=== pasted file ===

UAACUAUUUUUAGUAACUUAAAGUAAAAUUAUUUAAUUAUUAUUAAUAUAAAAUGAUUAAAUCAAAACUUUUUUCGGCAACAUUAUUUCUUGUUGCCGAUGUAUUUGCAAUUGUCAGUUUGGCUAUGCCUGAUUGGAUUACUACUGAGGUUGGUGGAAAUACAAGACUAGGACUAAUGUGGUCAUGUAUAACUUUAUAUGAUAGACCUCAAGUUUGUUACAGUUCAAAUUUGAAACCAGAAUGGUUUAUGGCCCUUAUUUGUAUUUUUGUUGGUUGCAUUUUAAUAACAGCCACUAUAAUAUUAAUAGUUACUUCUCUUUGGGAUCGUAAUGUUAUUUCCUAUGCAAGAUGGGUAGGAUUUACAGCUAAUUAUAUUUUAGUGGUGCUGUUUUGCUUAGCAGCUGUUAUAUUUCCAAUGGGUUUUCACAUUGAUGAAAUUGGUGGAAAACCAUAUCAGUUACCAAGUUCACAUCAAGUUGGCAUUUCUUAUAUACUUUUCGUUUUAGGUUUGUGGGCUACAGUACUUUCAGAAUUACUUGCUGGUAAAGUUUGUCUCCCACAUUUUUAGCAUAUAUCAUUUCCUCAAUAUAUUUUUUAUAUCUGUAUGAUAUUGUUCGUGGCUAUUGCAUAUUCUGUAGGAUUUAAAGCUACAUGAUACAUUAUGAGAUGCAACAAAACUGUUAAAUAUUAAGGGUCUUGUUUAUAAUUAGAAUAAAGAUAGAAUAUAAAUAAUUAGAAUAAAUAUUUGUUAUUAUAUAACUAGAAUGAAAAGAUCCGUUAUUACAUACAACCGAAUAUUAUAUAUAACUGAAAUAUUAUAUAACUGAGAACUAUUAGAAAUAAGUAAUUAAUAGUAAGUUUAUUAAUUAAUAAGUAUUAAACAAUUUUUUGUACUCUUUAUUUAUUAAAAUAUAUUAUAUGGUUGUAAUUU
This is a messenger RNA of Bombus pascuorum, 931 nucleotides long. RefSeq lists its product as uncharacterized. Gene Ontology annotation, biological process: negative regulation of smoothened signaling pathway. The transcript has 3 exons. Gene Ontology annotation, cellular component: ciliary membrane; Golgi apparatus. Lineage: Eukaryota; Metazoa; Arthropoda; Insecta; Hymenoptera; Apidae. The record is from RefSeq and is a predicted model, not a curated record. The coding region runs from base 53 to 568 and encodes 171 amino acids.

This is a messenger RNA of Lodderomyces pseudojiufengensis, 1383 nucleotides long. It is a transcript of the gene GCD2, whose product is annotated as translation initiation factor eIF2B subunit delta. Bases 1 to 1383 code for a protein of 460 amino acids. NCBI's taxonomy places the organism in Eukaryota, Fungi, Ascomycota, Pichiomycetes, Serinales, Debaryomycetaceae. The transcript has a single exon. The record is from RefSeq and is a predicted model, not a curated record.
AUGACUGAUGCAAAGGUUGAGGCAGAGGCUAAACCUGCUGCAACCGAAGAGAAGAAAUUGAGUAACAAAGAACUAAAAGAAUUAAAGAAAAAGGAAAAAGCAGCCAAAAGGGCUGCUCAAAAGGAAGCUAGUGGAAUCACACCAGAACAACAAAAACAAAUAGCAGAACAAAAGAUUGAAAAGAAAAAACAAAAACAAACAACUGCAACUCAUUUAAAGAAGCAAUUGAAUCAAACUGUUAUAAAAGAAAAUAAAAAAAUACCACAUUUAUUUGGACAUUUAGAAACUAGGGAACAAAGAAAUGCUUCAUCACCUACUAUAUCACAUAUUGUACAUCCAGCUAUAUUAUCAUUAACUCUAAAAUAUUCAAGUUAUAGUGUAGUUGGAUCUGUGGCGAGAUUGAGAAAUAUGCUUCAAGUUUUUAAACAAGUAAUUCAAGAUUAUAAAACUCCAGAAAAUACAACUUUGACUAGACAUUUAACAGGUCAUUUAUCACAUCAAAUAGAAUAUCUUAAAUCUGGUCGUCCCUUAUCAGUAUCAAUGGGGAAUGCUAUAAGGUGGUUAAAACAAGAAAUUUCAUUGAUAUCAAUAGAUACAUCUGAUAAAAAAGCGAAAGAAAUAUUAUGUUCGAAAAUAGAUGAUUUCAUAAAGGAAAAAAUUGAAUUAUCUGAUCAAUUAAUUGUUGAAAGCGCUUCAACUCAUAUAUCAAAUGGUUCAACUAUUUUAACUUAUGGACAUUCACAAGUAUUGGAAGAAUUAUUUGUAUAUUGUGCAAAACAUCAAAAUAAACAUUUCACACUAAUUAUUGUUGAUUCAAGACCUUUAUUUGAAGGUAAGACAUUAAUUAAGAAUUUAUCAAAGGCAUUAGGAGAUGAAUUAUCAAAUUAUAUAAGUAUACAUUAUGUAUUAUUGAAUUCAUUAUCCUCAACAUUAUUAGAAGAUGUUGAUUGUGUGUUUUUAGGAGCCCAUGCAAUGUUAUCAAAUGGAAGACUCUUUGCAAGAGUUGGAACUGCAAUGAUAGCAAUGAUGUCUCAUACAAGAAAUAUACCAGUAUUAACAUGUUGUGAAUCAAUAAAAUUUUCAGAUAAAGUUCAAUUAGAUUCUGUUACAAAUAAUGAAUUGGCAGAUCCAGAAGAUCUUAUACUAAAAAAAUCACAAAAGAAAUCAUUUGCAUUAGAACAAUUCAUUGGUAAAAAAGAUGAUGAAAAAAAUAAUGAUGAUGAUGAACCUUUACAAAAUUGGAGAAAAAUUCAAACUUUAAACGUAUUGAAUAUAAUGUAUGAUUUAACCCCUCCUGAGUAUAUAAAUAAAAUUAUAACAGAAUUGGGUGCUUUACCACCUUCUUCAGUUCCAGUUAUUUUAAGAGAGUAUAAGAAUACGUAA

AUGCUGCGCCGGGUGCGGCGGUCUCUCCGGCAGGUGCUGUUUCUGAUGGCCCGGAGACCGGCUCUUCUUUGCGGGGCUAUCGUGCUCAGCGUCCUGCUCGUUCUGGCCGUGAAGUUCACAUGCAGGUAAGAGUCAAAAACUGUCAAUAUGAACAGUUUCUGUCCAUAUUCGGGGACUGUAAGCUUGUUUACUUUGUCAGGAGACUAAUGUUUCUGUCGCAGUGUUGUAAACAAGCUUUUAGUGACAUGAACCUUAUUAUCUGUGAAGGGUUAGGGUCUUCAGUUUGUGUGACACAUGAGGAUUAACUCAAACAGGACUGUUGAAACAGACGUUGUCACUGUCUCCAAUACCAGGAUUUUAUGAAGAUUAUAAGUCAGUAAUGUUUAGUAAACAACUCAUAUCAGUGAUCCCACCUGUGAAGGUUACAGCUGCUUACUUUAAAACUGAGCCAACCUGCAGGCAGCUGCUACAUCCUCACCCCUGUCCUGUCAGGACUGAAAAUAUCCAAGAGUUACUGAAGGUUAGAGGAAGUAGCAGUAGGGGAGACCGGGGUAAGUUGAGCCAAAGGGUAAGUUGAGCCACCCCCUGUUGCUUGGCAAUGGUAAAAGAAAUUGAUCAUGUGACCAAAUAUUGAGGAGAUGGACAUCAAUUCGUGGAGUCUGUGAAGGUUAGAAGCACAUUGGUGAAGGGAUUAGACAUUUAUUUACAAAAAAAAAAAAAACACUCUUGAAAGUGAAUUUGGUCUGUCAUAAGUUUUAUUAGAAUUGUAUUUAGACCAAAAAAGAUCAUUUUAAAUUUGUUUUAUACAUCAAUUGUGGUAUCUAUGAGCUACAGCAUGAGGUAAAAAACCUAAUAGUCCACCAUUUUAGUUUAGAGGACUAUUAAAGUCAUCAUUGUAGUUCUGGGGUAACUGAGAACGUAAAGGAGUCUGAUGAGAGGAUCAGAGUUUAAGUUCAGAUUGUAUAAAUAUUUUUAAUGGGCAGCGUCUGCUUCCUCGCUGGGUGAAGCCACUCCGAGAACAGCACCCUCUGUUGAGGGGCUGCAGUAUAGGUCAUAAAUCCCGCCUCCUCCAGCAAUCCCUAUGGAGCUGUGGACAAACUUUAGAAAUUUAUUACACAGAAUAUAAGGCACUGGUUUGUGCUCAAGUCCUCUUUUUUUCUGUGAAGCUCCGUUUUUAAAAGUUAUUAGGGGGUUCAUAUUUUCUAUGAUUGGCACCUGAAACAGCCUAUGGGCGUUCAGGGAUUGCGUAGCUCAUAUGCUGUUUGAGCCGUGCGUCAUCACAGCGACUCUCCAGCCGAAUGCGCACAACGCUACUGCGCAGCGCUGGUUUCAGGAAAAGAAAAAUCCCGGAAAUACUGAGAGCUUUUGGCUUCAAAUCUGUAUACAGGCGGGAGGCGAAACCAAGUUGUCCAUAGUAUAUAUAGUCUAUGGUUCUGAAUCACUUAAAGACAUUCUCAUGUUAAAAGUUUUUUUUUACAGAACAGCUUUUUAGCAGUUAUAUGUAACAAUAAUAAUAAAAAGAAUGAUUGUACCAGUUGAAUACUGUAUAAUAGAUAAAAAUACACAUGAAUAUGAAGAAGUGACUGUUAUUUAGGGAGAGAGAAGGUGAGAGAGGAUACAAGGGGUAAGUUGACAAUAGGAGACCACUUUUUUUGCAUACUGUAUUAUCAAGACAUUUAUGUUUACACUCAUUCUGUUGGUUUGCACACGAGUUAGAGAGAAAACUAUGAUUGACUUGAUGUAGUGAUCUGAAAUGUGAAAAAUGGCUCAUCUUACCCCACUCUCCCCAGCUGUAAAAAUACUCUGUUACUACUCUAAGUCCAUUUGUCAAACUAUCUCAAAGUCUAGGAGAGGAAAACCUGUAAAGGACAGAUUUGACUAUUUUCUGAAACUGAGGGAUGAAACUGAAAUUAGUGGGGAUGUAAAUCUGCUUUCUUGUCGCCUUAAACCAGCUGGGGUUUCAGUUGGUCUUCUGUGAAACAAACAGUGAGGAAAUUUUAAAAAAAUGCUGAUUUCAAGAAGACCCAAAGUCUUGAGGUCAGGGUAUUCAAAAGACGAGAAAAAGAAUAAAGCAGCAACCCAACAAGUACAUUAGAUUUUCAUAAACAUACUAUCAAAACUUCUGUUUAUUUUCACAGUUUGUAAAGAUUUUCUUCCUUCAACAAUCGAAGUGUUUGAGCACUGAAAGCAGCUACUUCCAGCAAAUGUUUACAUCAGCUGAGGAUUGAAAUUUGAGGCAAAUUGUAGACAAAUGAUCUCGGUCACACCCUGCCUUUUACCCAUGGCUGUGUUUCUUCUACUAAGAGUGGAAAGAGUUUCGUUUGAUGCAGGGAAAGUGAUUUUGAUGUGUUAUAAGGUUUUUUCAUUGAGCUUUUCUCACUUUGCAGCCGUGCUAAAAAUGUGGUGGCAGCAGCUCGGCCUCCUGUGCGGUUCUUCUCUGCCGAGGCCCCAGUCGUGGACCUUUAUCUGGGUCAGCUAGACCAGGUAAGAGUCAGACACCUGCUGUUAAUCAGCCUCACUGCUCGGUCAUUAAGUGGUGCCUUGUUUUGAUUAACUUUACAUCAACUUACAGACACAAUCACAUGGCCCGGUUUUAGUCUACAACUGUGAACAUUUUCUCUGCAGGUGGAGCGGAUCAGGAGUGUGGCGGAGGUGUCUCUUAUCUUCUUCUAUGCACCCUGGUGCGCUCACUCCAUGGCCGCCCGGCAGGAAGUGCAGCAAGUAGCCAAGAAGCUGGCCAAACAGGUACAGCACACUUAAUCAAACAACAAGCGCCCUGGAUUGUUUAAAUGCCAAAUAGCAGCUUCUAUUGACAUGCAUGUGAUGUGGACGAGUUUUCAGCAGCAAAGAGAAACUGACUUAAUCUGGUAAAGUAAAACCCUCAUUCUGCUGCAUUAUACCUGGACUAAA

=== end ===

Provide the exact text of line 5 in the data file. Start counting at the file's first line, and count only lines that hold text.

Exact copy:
AUGCUGCGCCGGGUGCGGCGGUCUCUCCGGCAGGUGCUGUUUCUGAUGGCCCGGAGACCGGCUCUUCUUUGCGGGGCUAUCGUGCUCAGCGUCCUGCUCGUUCUGGCCGUGAAGUUCACAUGCAGGUAAGAGUCAAAAACUGUCAAUAUGAACAGUUUCUGUCCAUAUUCGGGGACUGUAAGCUUGUUUACUUUGUCAGGAGACUAAUGUUUCUGUCGCAGUGUUGUAAACAAGCUUUUAGUGACAUGAACCUUAUUAUCUGUGAAGGGUUAGGGUCUUCAGUUUGUGUGACACAUGAGGAUUAACUCAAACAGGACUGUUGAAACAGACGUUGUCACUGUCUCCAAUACCAGGAUUUUAUGAAGAUUAUAAGUCAGUAAUGUUUAGUAAACAACUCAUAUCAGUGAUCCCACCUGUGAAGGUUACAGCUGCUUACUUUAAAACUGAGCCAACCUGCAGGCAGCUGCUACAUCCUCACCCCUGUCCUGUCAGGACUGAAAAUAUCCAAGAGUUACUGAAGGUUAGAGGAAGUAGCAGUAGGGGAGACCGGGGUAAGUUGAGCCAAAGGGUAAGUUGAGCCACCCCCUGUUGCUUGGCAAUGGUAAAAGAAAUUGAUCAUGUGACCAAAUAUUGAGGAGAUGGACAUCAAUUCGUGGAGUCUGUGAAGGUUAGAAGCACAUUGGUGAAGGGAUUAGACAUUUAUUUACAAAAAAAAAAAAAACACUCUUGAAAGUGAAUUUGGUCUGUCAUAAGUUUUAUUAGAAUUGUAUUUAGACCAAAAAAGAUCAUUUUAAAUUUGUUUUAUACAUCAAUUGUGGUAUCUAUGAGCUACAGCAUGAGGUAAAAAACCUAAUAGUCCACCAUUUUAGUUUAGAGGACUAUUAAAGUCAUCAUUGUAGUUCUGGGGUAACUGAGAACGUAAAGGAGUCUGAUGAGAGGAUCAGAGUUUAAGUUCAGAUUGUAUAAAUAUUUUUAAUGGGCAGCGUCUGCUUCCUCGCUGGGUGAAGCCACUCCGAGAACAGCACCCUCUGUUGAGGGGCUGCAGUAUAGGUCAUAAAUCCCGCCUCCUCCAGCAAUCCCUAUGGAGCUGUGGACAAACUUUAGAAAUUUAUUACACAGAAUAUAAGGCACUGGUUUGUGCUCAAGUCCUCUUUUUUUCUGUGAAGCUCCGUUUUUAAAAGUUAUUAGGGGGUUCAUAUUUUCUAUGAUUGGCACCUGAAACAGCCUAUGGGCGUUCAGGGAUUGCGUAGCUCAUAUGCUGUUUGAGCCGUGCGUCAUCACAGCGACUCUCCAGCCGAAUGCGCACAACGCUACUGCGCAGCGCUGGUUUCAGGAAAAGAAAAAUCCCGGAAAUACUGAGAGCUUUUGGCUUCAAAUCUGUAUACAGGCGGGAGGCGAAACCAAGUUGUCCAUAGUAUAUAUAGUCUAUGGUUCUGAAUCACUUAAAGACAUUCUCAUGUUAAAAGUUUUUUUUUACAGAACAGCUUUUUAGCAGUUAUAUGUAACAAUAAUAAUAAAAAGAAUGAUUGUACCAGUUGAAUACUGUAUAAUAGAUAAAAAUACACAUGAAUAUGAAGAAGUGACUGUUAUUUAGGGAGAGAGAAGGUGAGAGAGGAUACAAGGGGUAAGUUGACAAUAGGAGACCACUUUUUUUGCAUACUGUAUUAUCAAGACAUUUAUGUUUACACUCAUUCUGUUGGUUUGCACACGAGUUAGAGAGAAAACUAUGAUUGACUUGAUGUAGUGAUCUGAAAUGUGAAAAAUGGCUCAUCUUACCCCACUCUCCCCAGCUGUAAAAAUACUCUGUUACUACUCUAAGUCCAUUUGUCAAACUAUCUCAAAGUCUAGGAGAGGAAAACCUGUAAAGGACAGAUUUGACUAUUUUCUGAAACUGAGGGAUGAAACUGAAAUUAGUGGGGAUGUAAAUCUGCUUUCUUGUCGCCUUAAACCAGCUGGGGUUUCAGUUGGUCUUCUGUGAAACAAACAGUGAGGAAAUUUUAAAAAAAUGCUGAUUUCAAGAAGACCCAAAGUCUUGAGGUCAGGGUAUUCAAAAGACGAGAAAAAGAAUAAAGCAGCAACCCAACAAGUACAUUAGAUUUUCAUAAACAUACUAUCAAAACUUCUGUUUAUUUUCACAGUUUGUAAAGAUUUUCUUCCUUCAACAAUCGAAGUGUUUGAGCACUGAAAGCAGCUACUUCCAGCAAAUGUUUACAUCAGCUGAGGAUUGAAAUUUGAGGCAAAUUGUAGACAAAUGAUCUCGGUCACACCCUGCCUUUUACCCAUGGCUGUGUUUCUUCUACUAAGAGUGGAAAGAGUUUCGUUUGAUGCAGGGAAAGUGAUUUUGAUGUGUUAUAAGGUUUUUUCAUUGAGCUUUUCUCACUUUGCAGCCGUGCUAAAAAUGUGGUGGCAGCAGCUCGGCCUCCUGUGCGGUUCUUCUCUGCCGAGGCCCCAGUCGUGGACCUUUAUCUGGGUCAGCUAGACCAGGUAAGAGUCAGACACCUGCUGUUAAUCAGCCUCACUGCUCGGUCAUUAAGUGGUGCCUUGUUUUGAUUAACUUUACAUCAACUUACAGACACAAUCACAUGGCCCGGUUUUAGUCUACAACUGUGAACAUUUUCUCUGCAGGUGGAGCGGAUCAGGAGUGUGGCGGAGGUGUCUCUUAUCUUCUUCUAUGCACCCUGGUGCGCUCACUCCAUGGCCGCCCGGCAGGAAGUGCAGCAAGUAGCCAAGAAGCUGGCCAAACAGGUACAGCACACUUAAUCAAACAACAAGCGCCCUGGAUUGUUUAAAUGCCAAAUAGCAGCUUCUAUUGACAUGCAUGUGAUGUGGACGAGUUUUCAGCAGCAAAGAGAAACUGACUUAAUCUGGUAAAGUAAAACCCUCAUUCUGCUGCAUUAUACCUGGACUAAA